From Gloria Steinem to Billy Graham, many have offered, “We can tell our values by looking at our checkbook”. Of course, checkbooks have slowly been replaced with debit cards and online bill paying, but you get the idea. Your bank statement, what you earn, how much of that you save, and what you spend your money on says a lot about what you value and where your heart is.
But just like your physical health is important, so too is your financial health. Your knowledge and perception of money, and your thoughts and feelings about it when you perceive you have enough, and not enough, speak volumes about you.
What’s your current financial health? Do you spend more than you earn? Do you pinch pennies to save for emergencies or out of fear? Do you use money as a vice or a tool?
Look back at your last three bank statements. What percentage of your income went to your savings and/or retirement accounts? How much of it was spent on mortgage/rent, utilities, gas, groceries, household & personal items? And what did you do with what was left?
Like many things in our lives, our thoughts about money and the way we handle our money is the result of what we learned in childhood. It mimics or it reflects; you repeat what your parents did or you do the complete opposite. If your parents were thrifty or good with money and you always had what you needed, your financial life may mirror that. Or, if they never splurged or used their income to do anything fun, you may have the spend it now, you can’t take it with you mentality.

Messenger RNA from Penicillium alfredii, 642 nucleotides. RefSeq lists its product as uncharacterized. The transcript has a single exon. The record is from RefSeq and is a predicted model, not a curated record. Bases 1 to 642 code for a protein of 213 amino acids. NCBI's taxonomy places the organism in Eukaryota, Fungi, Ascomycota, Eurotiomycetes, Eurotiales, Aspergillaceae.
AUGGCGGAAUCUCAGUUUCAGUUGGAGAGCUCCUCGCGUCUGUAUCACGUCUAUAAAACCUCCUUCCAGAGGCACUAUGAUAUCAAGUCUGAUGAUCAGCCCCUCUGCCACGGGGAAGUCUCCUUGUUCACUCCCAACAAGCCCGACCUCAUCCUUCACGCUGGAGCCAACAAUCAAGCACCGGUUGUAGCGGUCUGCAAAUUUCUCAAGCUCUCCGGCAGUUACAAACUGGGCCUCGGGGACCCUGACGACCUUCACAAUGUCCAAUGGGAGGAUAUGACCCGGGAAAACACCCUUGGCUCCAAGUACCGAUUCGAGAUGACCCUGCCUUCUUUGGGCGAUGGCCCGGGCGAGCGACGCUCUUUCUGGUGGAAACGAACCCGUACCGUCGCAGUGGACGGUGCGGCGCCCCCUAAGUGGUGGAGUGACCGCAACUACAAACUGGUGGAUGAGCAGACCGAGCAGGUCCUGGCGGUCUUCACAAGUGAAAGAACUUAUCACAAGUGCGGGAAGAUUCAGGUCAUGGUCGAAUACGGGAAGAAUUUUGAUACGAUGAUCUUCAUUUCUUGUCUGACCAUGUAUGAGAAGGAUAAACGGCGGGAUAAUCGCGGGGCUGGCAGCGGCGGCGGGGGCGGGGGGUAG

Why do you make the financial decisions you do? What do your money habits say about you?
Part of cleaning up your life is shedding a light on the dark areas of your life, the skeletons you’ve kept locked in the closet and the secrets that are making you sick, and dealing with them. Few things are as heavy a burden to carry than debt, but understand that debt is a symptom of a bigger or deeper problem in your life. And before you’re quick to assume that you don’t have a problem because you aren’t in debt, having enough money does not financial health make. What do you do with that which you’ve earned? How charitable are you? What investments into yourself or others do you make and why?
Here are three truths about money:
- Money alone is not the root of all evil (the love of it is).
- Money is powerless on its own; it is a tool.
- Money is fluid; it simply changes hands.
So, for the month of July I challenge you to take inventory. Track what you earn and question why you earn that amount. Should you be earning more? If so, why aren’t you? Are you overpaid? (Few will admit it, but are you actually stealing from people?) What do you spend your disposable income on? Have you developed money practices that actually work for your life and reflect your values, or do you simply do what your parents did or refused to do?
If your money could talk, what would it say about you?
The CLEAN LIFE movement.
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